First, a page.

While I listened to Then It All Came Down, I read the interview it’s based on, a 1973 Truman Capote piece with Bobby Beausoleil, one of the Manson Family members who killed musician Gary Hinman in 1969. As I stopped every once in a while to process what both the text and the music were expressing, I started to feel an acute kind of dread, a mix of sadness and fear that bordered on the paranoid. It was a process of un-enlightenment, a slow and creepy movement towards despair that nonetheless had moments of sudden shifts in mood where light and dark did not clash but came together as one. It was an alchemical horror, an eerie psychedelic expansion of the mind that has left all traces of humanity behind, perverting the inherent idealism of transcending our material limits into an abyssal dream that knows nothing but the void of final, apocalyptic endings. By the time Beausoleil is cornered by Capote into speaking out of a shallow leap in logic, as he states that his terrible acts were good, I was hit with the worst of it, with one of the best ‘uses’ of metal I’ve ever heard – for a few minutes after it had ended, I became hopeless, and it hurt.
The album develops like a transition from light to dark, as if there was an ultimate fall, but there’s a lot happening at the level of details that hints at something not quite straightforward. The first third of the long piece starts out with an organ drone and guitar strumming, like a lost Rameses III track, eventually adding a bright chorus of women that comes into and out of the fore while the drone sets up a funeral undertone. There’s something strange about this reflection of an ascent, something that weighs it down, a tension that cannot be resolved because, after all, thinking traditionally all that heavenly beauty is not to be achieved in life; its promise of perfection necessitates a commitment to death, to the very end of times, for in this view of the divine there is no room for it to be human. So Beausoleil reveals along the interview, a twisted form of hippie revolt that comes to worship peace as stillness and love as cruelty, pushing its rebellion against Reason into a natural state that is not so much an ideal community of cooperation but a wasteland paradise of chosen ones as faithful servants of an irreversible march towards nothing.
The second third accordingly breaks out with black metal guitars as Leviathan’s vocalist roars: beneath the grand promise of aesthetic fulfilment lies an ugliness that flashes its teeth, that growls with hatred. And yet, as in the interview, it seems deluded to think of such hatred as hidden, as sinister, for it is fundamental to the view, to the vision, of this far-gone hippie keen on changing the world for what he thinks is something better, a ‘natural’ way, a ‘beautiful’ way, a ‘peaceful’ transcendence that, after having murdered, can look someone in the eye and sing a tune. If the Manson history is the wicked end-point of all those ideals (and all ideals have one of those), the work of Wrekmeister Harmonies in this album conveys the utter heartbreak such a thing produces, the desolation of a responsibility that says that we cannot simply wish these things away; it confronts the corruption with a collective effort (and what a collective!) that shows, above all, the emotional catastrophe that is Beausoleil’s cult of death, portraying its absolute nihilism as a very human tragedy. Of course, there is no ‘happy ending’, no recourse to a positivity as blunt and deceptive as its opposite subject matter, but by summoning a truly complex network of feelings the music overturns the simplicity (perhaps even the banality) of the murderer’s un-reason.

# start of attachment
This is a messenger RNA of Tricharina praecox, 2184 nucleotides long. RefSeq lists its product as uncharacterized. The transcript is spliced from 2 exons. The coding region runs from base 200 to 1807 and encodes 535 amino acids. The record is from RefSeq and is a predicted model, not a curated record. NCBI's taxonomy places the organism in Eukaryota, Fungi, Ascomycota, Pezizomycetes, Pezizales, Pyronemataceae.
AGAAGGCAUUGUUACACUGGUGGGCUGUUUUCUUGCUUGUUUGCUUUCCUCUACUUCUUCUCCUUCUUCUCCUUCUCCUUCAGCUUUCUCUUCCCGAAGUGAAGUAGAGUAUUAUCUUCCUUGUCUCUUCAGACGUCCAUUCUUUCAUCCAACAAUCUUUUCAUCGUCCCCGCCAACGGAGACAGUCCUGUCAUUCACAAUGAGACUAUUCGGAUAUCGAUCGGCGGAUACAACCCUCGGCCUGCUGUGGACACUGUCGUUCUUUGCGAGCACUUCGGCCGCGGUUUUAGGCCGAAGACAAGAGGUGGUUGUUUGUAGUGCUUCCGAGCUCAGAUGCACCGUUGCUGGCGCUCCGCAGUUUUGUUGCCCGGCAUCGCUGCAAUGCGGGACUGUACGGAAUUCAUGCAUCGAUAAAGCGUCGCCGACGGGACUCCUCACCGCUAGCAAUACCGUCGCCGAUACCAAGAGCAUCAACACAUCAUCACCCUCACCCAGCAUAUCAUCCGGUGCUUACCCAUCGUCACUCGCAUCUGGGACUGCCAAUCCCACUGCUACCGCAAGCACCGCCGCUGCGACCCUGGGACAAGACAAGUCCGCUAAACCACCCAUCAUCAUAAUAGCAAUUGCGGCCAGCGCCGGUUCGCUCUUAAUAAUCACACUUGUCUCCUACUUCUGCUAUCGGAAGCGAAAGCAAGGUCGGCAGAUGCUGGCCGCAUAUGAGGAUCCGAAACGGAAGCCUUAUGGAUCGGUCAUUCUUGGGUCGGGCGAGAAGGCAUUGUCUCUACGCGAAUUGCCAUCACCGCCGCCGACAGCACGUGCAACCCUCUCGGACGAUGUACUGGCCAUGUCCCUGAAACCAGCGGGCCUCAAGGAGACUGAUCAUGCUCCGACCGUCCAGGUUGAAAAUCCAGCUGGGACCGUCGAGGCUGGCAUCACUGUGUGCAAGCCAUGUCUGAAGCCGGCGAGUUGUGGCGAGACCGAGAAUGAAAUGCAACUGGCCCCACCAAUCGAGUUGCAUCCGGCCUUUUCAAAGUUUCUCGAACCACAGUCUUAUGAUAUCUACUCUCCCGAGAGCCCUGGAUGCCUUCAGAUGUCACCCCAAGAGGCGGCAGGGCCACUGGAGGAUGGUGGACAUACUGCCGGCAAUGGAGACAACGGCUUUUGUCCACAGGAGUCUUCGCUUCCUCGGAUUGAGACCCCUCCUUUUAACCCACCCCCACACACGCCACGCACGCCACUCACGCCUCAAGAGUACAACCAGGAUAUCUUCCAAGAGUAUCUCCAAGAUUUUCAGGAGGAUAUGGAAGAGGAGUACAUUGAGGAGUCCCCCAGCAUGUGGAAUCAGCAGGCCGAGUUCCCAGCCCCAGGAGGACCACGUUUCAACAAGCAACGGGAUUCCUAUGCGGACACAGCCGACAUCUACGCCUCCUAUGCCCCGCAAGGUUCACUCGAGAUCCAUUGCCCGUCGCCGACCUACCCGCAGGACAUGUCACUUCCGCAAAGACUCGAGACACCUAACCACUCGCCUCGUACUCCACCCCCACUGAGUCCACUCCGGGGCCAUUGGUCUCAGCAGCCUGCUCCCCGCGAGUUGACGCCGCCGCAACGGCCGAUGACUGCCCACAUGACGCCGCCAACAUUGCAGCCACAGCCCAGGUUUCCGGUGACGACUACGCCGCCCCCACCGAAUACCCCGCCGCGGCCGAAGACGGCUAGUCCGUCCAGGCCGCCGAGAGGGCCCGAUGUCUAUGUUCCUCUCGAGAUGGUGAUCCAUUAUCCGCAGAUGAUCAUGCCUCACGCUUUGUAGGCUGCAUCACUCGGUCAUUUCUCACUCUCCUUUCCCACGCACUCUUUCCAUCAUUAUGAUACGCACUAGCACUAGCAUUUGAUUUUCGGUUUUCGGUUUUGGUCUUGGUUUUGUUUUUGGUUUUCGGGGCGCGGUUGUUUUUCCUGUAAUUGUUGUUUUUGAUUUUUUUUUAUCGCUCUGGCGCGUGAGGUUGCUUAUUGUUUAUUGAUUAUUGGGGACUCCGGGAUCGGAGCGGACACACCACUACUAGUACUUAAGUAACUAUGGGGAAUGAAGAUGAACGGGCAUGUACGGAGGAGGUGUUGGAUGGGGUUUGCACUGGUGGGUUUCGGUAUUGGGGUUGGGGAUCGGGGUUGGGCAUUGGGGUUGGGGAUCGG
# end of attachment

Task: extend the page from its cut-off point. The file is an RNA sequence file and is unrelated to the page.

By the time the third part reaches its intensely quiet finale, something else becomes evident: these veteran metal musicians understand their craft deeply as an art of rage and sorrow, which aims for a negation of one-dimensionality and simple-mindedness. Then It All Came Down is, without doubt, an achievement, an album that flows with ideas and emotions that drive the source material into a powerful artistic statement on aspects of humanity that are usually evaded for fear of the painful realization that we have an infinite potential for horror as much as for good. (David Murrieta)
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